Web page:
In the past, donors could pay for an entire Flat Daddy® (about $50), but now you can donate any amount you can afford, whether it’s $5 or $500 or anywhere in between. You can buy a Flat Daddy for a specific family if you have their e-mail address as well. After you pay for it, a code is sent to the family so they can claim their Flat Daddy online.

Learn more about the Flat Daddy® Project and read the first three chapters of Band of Sisters, click here.

Thanks, Annette!

6 comments:

  1. Wow! This sounds like a wonderful book, very powerful. Thank you for featuring it at your blog.

    Just became a follower of your blog after reading your interview with Linda Weaver Clarke.

    Cheryl

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  2. This made me want to cry! I have so much respect for military wives and husbands, for military families. They have endless courage and strength! We all can certainly learn from them. Books sounds great; I'll read it with several boxes of tissues by my side.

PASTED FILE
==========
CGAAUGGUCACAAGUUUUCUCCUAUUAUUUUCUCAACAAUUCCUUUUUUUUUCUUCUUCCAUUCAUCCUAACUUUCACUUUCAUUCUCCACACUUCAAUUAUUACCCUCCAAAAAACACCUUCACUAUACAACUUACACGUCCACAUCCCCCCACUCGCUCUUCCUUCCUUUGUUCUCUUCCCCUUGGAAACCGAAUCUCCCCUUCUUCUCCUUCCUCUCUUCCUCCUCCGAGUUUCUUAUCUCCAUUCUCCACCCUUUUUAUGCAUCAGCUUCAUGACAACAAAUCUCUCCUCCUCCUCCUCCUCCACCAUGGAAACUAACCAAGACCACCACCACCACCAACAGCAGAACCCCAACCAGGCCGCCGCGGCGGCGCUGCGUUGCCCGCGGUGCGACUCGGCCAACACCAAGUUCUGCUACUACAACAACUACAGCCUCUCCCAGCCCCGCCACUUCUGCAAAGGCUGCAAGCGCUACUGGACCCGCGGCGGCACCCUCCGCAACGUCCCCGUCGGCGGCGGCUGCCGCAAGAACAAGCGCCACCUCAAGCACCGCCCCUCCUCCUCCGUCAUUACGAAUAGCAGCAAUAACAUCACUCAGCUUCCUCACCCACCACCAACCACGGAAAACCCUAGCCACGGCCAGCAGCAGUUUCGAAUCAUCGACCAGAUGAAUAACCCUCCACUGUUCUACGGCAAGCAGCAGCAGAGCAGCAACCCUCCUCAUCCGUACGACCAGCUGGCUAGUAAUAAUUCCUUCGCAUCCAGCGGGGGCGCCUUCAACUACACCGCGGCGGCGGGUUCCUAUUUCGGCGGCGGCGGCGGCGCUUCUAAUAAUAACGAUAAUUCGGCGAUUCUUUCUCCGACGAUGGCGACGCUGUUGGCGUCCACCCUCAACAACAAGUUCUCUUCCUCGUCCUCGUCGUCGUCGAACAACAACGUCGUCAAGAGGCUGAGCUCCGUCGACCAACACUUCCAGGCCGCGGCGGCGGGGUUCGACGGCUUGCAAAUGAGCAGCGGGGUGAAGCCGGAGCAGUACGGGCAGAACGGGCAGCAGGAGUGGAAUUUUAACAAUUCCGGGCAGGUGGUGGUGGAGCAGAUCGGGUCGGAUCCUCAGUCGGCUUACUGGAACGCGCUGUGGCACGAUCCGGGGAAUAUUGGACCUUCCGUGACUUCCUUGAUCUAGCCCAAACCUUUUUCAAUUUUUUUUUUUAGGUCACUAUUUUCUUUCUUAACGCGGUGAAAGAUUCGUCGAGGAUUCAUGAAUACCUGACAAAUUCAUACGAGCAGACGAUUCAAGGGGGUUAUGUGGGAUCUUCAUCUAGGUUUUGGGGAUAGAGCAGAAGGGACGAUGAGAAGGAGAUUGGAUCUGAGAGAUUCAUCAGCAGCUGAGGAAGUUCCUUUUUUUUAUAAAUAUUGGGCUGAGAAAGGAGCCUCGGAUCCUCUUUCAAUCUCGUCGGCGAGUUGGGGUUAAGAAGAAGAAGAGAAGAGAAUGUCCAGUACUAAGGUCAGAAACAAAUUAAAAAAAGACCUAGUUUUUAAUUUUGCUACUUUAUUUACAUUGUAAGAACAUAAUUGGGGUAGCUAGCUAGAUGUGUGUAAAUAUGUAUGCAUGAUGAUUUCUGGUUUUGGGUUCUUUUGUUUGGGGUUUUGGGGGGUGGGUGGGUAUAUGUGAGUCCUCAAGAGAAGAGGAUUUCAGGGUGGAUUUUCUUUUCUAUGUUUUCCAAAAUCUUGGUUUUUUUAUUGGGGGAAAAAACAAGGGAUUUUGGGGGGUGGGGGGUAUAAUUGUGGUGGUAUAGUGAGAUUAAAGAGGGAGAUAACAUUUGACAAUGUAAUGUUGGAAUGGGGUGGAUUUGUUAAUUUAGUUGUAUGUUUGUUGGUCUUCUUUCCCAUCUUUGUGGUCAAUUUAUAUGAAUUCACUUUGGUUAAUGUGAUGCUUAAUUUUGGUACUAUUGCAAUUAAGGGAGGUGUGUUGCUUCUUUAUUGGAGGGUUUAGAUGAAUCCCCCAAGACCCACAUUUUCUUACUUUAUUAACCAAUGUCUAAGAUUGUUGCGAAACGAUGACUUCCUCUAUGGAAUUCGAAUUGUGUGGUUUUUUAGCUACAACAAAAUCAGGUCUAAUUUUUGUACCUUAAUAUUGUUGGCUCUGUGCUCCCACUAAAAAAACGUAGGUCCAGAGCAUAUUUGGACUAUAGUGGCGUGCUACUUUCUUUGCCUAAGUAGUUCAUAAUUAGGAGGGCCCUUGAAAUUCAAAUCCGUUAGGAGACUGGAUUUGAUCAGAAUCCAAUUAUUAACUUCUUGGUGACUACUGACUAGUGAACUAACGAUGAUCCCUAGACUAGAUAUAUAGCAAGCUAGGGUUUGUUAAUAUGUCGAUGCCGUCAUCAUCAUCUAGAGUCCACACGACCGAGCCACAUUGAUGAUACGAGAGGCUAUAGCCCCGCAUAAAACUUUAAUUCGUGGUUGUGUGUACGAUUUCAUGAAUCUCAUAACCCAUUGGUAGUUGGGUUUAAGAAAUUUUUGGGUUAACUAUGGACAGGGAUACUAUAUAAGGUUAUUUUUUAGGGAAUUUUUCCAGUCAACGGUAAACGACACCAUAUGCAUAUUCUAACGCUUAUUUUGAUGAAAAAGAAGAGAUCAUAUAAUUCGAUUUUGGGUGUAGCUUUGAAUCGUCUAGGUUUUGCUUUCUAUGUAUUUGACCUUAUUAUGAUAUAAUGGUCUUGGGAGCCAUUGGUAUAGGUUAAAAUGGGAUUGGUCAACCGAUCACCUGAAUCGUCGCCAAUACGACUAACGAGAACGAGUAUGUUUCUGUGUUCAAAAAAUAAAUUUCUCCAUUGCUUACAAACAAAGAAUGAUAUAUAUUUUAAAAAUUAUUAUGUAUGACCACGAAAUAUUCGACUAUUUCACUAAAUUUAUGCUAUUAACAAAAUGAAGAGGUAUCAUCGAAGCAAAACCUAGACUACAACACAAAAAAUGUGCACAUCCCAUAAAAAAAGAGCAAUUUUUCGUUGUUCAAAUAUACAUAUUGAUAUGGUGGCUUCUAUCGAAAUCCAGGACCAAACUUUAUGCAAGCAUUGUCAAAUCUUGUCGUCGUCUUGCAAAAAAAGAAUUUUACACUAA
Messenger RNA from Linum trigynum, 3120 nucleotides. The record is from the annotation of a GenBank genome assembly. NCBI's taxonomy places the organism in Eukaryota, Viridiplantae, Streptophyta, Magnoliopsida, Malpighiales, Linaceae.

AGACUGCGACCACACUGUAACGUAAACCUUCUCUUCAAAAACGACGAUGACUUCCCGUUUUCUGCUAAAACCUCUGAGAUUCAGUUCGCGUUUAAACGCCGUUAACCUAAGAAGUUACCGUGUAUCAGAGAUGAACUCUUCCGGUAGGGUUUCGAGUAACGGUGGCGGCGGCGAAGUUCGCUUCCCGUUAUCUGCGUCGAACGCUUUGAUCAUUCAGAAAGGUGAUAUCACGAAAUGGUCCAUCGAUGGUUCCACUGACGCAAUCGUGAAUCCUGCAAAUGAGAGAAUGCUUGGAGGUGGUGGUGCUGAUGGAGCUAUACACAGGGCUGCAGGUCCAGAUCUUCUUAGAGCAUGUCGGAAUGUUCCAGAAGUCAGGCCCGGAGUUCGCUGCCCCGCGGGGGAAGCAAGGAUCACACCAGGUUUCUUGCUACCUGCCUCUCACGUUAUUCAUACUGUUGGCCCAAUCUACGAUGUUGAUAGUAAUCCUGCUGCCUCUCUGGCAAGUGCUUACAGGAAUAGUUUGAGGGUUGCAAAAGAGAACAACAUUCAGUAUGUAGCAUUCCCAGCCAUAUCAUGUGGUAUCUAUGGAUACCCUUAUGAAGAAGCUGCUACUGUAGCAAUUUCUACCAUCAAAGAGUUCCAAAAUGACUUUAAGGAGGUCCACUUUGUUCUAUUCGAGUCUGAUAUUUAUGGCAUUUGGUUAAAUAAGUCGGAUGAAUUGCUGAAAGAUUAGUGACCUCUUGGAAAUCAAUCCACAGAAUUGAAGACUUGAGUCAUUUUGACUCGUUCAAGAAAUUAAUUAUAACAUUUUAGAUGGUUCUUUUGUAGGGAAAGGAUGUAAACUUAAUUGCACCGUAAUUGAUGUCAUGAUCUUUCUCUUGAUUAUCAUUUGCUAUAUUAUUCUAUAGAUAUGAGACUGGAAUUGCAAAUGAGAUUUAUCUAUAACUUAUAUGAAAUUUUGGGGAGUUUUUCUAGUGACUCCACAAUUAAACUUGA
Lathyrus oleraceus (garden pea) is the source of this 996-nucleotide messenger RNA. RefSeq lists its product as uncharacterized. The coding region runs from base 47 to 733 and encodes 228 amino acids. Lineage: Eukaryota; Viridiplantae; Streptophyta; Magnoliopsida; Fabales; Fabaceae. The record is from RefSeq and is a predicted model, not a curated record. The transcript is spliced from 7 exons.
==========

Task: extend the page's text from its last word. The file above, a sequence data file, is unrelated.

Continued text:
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  3. Cheryl, it is a wonderful book. I'm so happy you became a follower. Linda was very kind to do my interview. I really enjoyed doing it.

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  4. Laura, I know what you mean. It makes me tear up, too. Annette has done a wonderful job with this book. I really think you'll enjoy it.

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  5. What great insight, thanks for sharing, ladies! And an incredible book to check out.

    Yesterday I saw four kids I know at the hardware store and as they waved to me I noticed they weren't with their mom, but a man I didn't know. I immediately realized this was their father whom I had never met because he has been deployed in Afganistan. He must have thought I was really weird because I just had to shake his hand. And I loved feeling the kid's elation introducing their father to me because they had missed him so much. Really long story to say how much I loved this post!

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  6. Thanks for sharing that wonderful story, Jackee! I understand how you felt. I stand in awe of our armed forces. They sacrifice so much for us. Thanks for stopping by.